The plot is based on a true story that happened in the late '40s in a small village in Uruguay. The film focuses on Laura, who, second by second, intends to leave a house, which hides an ...
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In a penitentiary, four prisoners occupy a cell: Carrère, who used his company to commit a fraud and was betrayed by his wife; the drag Marcus and his protégée, the intellectually disabled ... See full summary »
Young Penny goes on a retreat with her psychologist; the intention is to help her overcome her phobia, an intense fear of cars. Unexpected events find her in a nightmarish situation where her worst fears come true.
The plot is based on a true story that happened in the late '40s in a small village in Uruguay. The film focuses on Laura, who, second by second, intends to leave a house, which hides an obscure secret, unharmed. Laura and her father Wilson settle down in a cottage they have to renew since its owner will soon put the house up for sale. They will spend the night there and repair the following morning. Everything seems to go smoothly until Laura hears a sound that comes from outside and gets louder and louder on the upper floor of the house. Wilson goes up to see what is going on while she remains downstairs on her own, waiting for her father to come down. Written by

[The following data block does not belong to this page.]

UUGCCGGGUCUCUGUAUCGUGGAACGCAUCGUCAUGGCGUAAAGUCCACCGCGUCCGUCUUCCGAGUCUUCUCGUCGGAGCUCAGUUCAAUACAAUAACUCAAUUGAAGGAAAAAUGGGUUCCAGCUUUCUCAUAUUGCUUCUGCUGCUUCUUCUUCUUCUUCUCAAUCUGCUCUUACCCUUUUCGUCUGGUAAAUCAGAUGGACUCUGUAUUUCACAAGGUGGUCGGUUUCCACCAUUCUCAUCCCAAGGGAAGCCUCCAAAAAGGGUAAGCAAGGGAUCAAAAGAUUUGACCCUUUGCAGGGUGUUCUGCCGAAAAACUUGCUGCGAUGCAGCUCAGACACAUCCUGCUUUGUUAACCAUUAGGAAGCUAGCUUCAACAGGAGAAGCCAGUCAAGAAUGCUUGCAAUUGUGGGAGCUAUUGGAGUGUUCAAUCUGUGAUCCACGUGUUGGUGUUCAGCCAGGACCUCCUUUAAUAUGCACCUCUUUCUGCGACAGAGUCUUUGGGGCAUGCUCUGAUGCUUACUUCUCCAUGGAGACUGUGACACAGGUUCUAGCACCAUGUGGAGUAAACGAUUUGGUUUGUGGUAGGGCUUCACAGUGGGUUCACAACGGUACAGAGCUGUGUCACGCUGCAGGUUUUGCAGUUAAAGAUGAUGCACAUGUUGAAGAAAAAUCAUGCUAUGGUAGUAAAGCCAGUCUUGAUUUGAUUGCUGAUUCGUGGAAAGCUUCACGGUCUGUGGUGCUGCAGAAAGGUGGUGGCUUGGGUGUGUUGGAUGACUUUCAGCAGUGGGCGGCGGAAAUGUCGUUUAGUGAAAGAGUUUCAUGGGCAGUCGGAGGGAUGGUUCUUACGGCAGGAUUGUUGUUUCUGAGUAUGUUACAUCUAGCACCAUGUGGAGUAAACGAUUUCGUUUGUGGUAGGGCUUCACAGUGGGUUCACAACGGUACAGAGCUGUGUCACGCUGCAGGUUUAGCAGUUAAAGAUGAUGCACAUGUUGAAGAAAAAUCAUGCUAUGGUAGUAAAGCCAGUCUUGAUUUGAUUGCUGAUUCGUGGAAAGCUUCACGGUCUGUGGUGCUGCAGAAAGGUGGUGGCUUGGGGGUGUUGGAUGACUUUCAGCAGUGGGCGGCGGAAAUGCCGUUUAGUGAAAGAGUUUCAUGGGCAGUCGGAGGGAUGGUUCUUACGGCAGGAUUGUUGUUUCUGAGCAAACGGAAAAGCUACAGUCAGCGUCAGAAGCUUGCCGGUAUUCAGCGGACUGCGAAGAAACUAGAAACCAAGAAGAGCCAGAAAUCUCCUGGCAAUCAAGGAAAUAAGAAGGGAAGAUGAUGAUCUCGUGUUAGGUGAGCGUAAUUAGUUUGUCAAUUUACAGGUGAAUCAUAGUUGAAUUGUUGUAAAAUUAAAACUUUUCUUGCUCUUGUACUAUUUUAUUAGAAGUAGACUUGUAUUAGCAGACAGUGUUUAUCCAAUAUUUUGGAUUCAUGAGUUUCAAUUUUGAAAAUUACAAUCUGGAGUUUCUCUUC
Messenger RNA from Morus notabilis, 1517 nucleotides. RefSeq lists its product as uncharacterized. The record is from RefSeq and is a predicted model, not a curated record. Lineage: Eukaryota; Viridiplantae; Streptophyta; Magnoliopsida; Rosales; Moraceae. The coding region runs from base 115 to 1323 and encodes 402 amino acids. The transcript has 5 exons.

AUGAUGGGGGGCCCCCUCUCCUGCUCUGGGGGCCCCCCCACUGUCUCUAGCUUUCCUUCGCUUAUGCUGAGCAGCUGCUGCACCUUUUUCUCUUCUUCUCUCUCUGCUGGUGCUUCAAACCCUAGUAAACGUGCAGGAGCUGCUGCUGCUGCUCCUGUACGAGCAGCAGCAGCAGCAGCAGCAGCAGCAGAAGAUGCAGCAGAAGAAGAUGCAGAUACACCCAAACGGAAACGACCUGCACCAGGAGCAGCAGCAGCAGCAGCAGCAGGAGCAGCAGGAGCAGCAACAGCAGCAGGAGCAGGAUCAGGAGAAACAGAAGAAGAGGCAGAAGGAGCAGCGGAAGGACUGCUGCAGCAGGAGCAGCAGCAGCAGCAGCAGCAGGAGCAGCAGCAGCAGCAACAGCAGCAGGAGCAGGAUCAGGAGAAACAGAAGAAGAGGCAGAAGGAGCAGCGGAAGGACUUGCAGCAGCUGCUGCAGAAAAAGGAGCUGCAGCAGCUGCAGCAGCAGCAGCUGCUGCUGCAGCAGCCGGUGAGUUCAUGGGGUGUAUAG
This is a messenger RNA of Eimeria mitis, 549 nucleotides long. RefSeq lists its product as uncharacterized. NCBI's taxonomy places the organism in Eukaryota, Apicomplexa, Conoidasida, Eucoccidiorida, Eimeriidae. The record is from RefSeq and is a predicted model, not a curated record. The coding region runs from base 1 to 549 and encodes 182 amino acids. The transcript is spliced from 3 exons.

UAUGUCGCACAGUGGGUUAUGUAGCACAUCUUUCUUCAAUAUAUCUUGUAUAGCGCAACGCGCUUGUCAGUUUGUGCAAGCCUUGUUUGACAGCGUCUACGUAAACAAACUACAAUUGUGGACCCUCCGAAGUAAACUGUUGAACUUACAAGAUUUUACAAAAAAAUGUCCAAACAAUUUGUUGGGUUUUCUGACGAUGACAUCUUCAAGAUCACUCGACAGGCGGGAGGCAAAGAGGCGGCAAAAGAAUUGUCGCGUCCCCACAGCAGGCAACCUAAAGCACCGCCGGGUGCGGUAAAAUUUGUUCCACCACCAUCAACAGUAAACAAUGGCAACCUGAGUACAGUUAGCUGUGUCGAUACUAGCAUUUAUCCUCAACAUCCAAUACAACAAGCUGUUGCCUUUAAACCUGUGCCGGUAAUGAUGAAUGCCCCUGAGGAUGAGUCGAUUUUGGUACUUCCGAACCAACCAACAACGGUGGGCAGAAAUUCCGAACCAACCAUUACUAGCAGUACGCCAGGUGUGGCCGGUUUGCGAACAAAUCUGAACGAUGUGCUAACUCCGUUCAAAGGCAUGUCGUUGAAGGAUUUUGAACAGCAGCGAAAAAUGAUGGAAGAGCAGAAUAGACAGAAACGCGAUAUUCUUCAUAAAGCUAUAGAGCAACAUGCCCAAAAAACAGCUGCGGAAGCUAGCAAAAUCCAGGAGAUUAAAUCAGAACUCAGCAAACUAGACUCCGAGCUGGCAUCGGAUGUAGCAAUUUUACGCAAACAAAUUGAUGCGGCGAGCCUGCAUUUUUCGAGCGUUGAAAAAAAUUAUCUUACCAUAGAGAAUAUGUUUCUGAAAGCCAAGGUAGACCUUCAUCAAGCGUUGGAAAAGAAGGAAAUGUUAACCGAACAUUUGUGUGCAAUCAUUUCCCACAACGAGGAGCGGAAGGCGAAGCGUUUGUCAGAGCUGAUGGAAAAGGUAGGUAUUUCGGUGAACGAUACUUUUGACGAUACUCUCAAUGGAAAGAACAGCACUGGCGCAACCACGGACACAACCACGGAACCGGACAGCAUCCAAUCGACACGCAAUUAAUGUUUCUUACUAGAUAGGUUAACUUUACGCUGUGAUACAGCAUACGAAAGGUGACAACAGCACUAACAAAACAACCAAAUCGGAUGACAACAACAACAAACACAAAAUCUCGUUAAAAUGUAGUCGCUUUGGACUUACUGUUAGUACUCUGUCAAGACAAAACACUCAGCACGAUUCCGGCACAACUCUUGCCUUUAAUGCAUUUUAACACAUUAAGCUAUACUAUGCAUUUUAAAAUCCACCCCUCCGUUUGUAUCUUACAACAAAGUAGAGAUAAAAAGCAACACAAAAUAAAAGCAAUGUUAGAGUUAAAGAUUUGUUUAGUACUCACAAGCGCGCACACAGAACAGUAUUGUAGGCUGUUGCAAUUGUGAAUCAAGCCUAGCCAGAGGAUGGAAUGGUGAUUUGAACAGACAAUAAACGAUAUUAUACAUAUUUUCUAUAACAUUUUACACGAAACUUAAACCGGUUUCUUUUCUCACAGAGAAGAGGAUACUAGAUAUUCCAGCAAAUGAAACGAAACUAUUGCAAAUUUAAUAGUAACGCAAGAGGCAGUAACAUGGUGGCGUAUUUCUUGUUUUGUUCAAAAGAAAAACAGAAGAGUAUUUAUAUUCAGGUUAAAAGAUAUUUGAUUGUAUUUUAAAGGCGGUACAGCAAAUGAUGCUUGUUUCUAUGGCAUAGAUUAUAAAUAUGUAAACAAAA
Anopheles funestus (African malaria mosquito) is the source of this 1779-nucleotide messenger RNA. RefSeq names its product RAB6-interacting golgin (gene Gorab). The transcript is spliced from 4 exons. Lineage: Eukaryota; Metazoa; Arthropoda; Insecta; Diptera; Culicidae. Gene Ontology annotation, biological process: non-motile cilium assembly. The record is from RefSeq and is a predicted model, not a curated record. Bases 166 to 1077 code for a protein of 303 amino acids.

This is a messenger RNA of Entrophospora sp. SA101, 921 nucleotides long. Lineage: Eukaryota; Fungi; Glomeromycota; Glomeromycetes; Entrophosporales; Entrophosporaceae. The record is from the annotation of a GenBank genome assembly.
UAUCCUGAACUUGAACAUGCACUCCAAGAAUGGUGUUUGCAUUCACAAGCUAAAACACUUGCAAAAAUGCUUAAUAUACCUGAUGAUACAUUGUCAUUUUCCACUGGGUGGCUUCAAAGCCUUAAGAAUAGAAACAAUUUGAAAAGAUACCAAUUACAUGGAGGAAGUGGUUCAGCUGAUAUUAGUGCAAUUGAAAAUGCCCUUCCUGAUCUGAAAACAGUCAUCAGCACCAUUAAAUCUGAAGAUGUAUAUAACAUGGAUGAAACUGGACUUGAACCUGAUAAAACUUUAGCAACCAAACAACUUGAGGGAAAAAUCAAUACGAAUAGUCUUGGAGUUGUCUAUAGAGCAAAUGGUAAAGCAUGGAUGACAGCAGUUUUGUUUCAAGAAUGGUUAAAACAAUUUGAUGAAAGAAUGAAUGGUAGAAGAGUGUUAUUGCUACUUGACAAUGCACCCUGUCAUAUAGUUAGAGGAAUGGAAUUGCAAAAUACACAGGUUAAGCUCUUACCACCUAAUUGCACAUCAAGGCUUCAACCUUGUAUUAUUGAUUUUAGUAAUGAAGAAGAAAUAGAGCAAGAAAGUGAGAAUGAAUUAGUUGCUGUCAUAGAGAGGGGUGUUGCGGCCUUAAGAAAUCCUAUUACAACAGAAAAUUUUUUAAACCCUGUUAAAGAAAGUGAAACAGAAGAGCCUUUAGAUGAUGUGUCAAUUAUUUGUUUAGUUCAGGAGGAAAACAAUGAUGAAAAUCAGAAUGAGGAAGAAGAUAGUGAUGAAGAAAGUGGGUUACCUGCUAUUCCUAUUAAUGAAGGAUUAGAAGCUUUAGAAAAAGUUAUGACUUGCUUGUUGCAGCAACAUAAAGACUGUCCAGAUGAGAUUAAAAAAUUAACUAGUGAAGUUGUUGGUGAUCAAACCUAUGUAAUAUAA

The Silent House gives the illusion that is was filmed in one take. I highly doubt this, as there are a lot of suspicious panning across solid black objects. Still the lengths of the takes is still impressive, if a little ambitious at times. Sometimes it's obvious the actors are walking around the crew. Luckily, the darkness soon covers it all up. I can't say much for the film really as I found it rather dull. It's pretty much a woman walking around a house in the dark. Once it was obvious that nothing scary was ever going to happen, I soon settled down and was just bored. Every time there was something suspicious in the background, a sound effect/musical cue would alert me to its presence. The film finally gets a plot in the last few minutes, which plays out through the credits in Polaroid form. Like a horror version of The Hangover's end credits, it was the best part, and the film should have focused on the photographed events, rather than being a tease for nothing.
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